Yesterday morning I sat on the beach at Half Moon Bay, in Northern California and watched the waves. I looked out to sea. I was squinting —  at the future. What did I see? I saw a future in which I reflect, learn, write, think and speak about what is true.

In other words, I see a future that extends and expands on what my whole life has been about — figuring out what is true and sharing that with other people.  The path ahead for me looks like the path behind.

Later in the day I hiked the little creek trail at Butano State Park near Pescadero, hoofing it lazily through sword ferns and sorrel with my wife Linda, weaving through the giant redwoods, following the little stream thorugh patches of gorgeous green sunlight and shade. We paused, sat on a log, took it in and I did a little more squinting, again, trying to see the future — my future adventuring through the divine sunshine, shadow and splendor of the known universe.

What is the future? It is a vast ocean,  seen and unseen, known a bit by exploration, not nearly all known yet. The future is a redwood forest, mostly unknown, except the trail, the one taken out, and then taken back again.

It is said that sixty percent of the planet is covered by water more than a mile deep. Seventy-nine percent of the entire volume of the earth’s biosphere consists of waters with depths greater than 1,000 meters. We lilve on a deep planet that we have not nearly explored.

There is so  much that is yet unknown.  Neuroscientists estimate that we are conscious of only about five percent of our own cognitive activity. We have depths, inside of us, unchartered waters, operating in sync with our organs, our emotions  and our actions. It isn’t that we aren’t using all of our brain  power; we are always using a good deal of it, without being aware of it.  We are oceans,  we are forests, yet waiting to be discovered.

And so I am squinting,  along with many other people,  at the future, because I want to see what is coming, and I want to control it a little bit, if that is possible, by the wise choices I make.

What is out there?

One way to cxplore our own human consciousness and its tie to the future is through paying attention.


By paying attention to our own consciousness, and by exploring our unconsciousness, by getting  below the surface of the self. To do that, it looks to me like we must stop, pause, rest, rest deep, reflect, pay attention, consider options, choose.  This means looking back along the path we have come from, and then looking forward along the path that goes back to where we came from.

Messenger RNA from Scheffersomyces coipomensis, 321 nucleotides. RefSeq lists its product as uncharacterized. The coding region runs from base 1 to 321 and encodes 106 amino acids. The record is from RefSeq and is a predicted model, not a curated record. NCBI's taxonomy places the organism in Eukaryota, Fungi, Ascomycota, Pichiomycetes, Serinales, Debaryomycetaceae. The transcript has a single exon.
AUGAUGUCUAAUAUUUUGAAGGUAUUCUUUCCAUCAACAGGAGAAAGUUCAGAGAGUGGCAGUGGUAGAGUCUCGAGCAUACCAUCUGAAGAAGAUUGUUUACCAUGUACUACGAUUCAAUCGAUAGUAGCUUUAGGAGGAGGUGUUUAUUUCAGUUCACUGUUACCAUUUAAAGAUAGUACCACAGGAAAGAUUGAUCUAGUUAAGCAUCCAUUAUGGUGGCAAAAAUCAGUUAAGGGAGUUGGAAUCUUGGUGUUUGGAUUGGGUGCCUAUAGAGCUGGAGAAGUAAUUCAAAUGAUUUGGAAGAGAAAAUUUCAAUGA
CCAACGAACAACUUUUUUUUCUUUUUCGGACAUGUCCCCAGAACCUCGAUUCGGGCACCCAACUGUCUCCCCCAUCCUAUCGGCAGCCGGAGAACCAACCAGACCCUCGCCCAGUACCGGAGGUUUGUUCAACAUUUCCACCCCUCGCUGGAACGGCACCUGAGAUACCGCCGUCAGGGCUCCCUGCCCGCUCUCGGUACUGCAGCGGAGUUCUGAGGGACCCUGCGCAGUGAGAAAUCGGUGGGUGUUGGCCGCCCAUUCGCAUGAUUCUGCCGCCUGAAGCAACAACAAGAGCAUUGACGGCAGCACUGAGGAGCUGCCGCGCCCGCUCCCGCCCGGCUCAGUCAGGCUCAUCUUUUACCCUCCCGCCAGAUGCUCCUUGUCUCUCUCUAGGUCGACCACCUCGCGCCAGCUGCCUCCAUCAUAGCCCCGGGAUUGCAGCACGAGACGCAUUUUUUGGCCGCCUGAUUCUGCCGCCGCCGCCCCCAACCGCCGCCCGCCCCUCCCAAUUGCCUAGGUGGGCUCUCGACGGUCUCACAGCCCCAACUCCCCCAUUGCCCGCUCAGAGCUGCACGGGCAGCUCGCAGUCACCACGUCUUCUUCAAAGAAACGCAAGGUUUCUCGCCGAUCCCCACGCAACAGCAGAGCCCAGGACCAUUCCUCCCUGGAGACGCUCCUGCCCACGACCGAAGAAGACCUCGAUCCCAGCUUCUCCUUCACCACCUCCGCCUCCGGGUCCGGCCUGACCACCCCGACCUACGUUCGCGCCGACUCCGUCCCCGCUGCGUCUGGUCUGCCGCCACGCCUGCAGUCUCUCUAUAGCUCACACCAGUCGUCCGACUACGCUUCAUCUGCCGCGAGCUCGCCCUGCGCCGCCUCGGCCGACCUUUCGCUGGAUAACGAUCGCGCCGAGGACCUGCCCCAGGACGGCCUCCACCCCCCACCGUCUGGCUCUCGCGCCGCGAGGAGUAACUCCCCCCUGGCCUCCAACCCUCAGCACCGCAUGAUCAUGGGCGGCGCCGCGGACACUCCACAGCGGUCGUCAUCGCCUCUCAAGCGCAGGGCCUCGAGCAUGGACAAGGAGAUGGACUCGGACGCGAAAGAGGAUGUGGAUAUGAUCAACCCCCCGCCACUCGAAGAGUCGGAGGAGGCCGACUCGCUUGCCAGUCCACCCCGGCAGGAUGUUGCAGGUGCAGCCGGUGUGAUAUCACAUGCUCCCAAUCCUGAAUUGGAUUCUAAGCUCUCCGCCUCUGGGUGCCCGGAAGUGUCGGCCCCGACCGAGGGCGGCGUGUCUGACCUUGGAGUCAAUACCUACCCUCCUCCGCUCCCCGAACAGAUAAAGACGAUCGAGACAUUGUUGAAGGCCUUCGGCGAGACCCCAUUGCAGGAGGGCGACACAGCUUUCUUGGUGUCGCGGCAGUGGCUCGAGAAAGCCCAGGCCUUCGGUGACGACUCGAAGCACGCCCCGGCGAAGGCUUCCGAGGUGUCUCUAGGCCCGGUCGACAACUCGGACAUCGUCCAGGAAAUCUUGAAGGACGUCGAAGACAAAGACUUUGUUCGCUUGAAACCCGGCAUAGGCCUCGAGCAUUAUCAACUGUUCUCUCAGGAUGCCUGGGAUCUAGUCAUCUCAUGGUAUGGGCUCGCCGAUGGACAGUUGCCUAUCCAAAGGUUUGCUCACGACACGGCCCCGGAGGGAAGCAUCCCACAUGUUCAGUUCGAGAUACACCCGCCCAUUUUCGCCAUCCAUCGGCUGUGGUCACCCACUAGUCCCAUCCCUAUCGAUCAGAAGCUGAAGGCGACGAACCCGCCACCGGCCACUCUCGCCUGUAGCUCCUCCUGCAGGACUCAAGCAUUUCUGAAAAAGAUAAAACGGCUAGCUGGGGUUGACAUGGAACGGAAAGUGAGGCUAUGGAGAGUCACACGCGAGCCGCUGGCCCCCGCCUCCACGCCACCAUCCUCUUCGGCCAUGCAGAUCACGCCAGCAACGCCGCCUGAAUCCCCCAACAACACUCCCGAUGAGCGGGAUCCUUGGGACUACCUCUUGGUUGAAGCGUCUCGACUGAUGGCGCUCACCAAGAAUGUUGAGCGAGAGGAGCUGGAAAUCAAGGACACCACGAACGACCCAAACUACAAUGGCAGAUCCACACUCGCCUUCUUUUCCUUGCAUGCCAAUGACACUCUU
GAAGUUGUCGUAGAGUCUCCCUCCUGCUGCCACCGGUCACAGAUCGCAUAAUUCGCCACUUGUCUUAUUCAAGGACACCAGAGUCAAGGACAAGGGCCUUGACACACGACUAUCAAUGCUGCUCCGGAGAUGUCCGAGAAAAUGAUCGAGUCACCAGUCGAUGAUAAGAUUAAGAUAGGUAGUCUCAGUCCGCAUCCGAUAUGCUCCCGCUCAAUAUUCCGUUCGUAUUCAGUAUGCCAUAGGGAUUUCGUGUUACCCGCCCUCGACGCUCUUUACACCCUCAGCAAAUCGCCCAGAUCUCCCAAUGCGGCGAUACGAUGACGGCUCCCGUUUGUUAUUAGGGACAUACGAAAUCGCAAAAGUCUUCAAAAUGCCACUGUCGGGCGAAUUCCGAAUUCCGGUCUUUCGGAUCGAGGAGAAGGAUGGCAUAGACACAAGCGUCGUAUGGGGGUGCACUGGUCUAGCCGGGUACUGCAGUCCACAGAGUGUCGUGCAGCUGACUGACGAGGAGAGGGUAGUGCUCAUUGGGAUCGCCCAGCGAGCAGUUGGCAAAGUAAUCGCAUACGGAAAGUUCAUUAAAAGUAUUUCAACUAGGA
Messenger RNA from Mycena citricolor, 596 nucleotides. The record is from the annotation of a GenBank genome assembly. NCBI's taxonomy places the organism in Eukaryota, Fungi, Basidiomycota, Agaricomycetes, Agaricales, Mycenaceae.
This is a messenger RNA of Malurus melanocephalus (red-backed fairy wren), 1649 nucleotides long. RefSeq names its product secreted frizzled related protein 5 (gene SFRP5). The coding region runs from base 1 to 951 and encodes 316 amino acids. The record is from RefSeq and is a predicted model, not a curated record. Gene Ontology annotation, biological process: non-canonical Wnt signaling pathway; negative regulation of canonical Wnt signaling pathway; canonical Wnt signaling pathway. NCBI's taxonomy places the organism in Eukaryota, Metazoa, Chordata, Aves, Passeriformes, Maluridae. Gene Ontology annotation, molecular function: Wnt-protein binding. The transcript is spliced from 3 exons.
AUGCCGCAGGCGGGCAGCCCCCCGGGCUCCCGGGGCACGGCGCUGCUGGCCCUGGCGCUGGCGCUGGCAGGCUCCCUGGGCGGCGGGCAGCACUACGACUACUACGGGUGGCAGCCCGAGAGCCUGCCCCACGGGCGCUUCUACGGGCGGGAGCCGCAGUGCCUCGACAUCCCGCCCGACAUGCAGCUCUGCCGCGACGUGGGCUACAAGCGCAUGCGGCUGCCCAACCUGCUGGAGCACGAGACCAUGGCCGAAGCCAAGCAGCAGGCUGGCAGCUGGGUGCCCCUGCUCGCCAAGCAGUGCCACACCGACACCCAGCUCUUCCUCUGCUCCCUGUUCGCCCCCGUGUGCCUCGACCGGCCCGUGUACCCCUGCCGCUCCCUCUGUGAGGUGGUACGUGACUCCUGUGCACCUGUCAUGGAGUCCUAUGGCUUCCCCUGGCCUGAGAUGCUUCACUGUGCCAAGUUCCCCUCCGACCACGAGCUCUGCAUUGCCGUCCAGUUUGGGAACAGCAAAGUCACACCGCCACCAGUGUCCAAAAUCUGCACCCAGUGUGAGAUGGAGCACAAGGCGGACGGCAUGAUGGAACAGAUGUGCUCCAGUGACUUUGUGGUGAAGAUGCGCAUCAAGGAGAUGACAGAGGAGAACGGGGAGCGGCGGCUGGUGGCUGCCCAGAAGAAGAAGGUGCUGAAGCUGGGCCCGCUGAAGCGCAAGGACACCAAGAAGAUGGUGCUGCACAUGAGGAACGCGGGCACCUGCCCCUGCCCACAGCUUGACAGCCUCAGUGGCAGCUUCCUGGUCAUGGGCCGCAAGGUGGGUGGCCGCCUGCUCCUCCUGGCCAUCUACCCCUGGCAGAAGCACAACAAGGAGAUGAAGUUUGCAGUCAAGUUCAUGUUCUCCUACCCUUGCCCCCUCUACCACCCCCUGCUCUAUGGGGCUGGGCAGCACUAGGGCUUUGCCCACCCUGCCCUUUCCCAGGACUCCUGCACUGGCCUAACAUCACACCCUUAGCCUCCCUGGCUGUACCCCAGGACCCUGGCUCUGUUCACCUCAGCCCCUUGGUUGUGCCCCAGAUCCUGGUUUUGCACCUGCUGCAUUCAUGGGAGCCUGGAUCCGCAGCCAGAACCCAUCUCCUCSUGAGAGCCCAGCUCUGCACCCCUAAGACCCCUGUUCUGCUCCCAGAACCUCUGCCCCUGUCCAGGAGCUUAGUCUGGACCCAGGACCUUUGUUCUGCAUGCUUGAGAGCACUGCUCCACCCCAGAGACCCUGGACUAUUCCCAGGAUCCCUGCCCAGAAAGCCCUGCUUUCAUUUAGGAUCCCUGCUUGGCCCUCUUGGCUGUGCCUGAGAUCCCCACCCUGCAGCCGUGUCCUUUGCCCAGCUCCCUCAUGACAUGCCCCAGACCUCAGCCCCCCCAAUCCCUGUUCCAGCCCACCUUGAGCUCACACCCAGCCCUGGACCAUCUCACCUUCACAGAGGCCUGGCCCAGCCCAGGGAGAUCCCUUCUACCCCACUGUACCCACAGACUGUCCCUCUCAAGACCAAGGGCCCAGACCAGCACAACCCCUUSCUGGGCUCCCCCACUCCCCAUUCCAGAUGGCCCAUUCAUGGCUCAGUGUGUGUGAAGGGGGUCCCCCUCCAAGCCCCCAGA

I don’t do too much of this kind of looking, becuase I stay busy, with work and play. Many moderns do. It’s good, it’s healthy, but what is needed to grow in self-awareness and meta-awareness and to see further into what can yet be. This will require some deep rest, long time outs, extended inactivity, a cessation of activity, a time for looking, just looking and listening to self, past, present, future and God.

I recommend more of this. We need to stop, take stock, consider the possibilities, explore options, listen to the future, watch for the flow of time in a given direction, make plans.

Some might counter, but you just can’t know, and you certainly can’t control the future. I disagree. We can know possibilites, we can see potential, we can see options and we may — if health doesn’t fail and people intrude —  even choose some of what will be. If God is willing, we may travel the same path twice, going in different directions, foward and back and begin to see a bit ahead a different angle on what we have seen before.

I give you deep rest, I recommend deep consideration, deep planning, hoping, thinking, brooding, listening,  acting. I suggest moving with the flow of the divine, moving with the rhythms of liffe, looking out to sea, looking up the trail, looking, looking, looking.

In front of you,  your future.

Will you take it?


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